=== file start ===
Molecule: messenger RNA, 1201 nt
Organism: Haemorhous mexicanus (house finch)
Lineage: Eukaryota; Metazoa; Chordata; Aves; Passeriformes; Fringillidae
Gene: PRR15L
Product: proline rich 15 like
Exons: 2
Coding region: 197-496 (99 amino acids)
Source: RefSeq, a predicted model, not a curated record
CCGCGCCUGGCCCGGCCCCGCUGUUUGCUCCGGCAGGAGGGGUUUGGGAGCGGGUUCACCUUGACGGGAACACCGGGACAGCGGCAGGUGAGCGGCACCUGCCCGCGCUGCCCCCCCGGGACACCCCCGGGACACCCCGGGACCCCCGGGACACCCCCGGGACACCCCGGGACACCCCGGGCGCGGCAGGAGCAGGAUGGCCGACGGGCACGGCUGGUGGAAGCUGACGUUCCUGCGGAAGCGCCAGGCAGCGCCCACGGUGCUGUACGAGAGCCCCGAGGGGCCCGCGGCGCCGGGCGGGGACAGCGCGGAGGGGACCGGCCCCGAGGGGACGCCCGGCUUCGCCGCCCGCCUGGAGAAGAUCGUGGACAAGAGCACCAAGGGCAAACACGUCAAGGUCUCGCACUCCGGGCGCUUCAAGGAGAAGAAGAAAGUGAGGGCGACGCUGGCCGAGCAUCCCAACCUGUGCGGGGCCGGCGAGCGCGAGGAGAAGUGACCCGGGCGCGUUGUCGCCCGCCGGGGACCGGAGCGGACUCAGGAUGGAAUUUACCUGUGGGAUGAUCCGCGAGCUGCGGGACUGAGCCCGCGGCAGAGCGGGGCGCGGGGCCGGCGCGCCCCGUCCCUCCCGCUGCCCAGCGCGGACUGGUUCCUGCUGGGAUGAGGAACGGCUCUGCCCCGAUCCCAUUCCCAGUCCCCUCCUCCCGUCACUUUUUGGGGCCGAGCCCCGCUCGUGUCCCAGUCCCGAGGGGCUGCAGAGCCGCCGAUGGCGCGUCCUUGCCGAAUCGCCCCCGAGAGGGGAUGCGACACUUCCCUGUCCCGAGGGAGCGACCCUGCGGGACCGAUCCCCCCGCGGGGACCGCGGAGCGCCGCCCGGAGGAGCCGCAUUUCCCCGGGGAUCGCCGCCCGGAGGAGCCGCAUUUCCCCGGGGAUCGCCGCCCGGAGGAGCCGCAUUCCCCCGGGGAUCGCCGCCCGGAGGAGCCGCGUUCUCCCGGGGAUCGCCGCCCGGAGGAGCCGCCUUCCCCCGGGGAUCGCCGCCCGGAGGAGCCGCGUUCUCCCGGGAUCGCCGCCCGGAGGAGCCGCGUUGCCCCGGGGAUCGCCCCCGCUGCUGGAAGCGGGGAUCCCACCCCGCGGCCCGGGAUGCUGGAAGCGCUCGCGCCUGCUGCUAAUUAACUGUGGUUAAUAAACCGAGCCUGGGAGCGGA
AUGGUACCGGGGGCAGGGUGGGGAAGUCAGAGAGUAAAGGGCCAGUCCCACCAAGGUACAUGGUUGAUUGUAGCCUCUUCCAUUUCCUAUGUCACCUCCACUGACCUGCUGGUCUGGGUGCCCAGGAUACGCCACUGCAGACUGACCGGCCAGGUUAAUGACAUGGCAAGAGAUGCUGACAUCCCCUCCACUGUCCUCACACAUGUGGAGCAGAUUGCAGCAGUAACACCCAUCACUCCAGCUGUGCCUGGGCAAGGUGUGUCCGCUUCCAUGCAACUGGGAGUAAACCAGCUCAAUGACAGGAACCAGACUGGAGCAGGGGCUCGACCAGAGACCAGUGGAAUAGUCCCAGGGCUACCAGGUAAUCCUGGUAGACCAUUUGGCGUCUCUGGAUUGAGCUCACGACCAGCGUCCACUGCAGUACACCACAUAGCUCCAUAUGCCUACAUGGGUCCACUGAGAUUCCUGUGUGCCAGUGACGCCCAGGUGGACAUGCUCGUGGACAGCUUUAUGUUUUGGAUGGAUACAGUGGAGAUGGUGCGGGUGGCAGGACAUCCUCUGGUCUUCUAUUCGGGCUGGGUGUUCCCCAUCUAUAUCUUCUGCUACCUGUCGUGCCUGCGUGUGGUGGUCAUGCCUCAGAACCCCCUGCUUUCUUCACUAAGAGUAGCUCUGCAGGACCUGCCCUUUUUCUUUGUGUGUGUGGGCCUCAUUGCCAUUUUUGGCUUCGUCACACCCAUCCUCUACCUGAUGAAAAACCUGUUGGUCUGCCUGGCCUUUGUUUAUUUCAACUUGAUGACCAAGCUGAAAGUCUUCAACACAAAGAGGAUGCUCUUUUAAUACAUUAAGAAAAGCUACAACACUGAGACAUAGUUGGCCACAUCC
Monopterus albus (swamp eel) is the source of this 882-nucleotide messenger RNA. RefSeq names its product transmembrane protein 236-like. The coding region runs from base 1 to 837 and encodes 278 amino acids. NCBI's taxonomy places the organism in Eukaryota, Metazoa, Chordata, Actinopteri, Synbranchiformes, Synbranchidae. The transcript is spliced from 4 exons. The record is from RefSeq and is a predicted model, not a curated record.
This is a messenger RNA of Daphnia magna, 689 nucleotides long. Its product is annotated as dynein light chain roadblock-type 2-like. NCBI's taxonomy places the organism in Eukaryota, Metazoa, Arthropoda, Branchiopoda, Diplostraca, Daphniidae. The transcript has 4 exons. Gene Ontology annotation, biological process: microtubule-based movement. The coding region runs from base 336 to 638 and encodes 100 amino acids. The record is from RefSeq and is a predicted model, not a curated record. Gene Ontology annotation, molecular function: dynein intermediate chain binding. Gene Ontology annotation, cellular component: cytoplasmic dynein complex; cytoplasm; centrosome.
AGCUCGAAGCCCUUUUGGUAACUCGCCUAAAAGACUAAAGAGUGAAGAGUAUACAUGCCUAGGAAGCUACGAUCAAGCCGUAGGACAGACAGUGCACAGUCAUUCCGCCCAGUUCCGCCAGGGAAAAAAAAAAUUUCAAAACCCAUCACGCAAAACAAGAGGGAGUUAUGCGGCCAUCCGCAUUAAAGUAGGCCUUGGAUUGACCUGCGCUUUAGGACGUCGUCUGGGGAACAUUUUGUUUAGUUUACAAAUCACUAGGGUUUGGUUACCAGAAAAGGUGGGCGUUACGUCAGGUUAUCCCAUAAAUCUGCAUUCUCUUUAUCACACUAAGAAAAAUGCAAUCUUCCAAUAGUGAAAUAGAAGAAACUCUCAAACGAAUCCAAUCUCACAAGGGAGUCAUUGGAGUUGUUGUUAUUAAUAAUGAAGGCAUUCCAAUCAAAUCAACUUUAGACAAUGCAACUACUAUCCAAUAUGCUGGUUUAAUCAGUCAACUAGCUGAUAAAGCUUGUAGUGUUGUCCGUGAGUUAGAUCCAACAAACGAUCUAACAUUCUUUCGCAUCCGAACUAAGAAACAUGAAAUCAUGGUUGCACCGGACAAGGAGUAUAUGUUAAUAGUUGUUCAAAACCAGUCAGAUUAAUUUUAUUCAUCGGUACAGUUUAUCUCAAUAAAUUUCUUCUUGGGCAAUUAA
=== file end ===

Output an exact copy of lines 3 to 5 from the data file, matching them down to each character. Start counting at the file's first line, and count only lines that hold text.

Lineage: Eukaryota; Metazoa; Chordata; Aves; Passeriformes; Fringillidae
Gene: PRR15L
Product: proline rich 15 like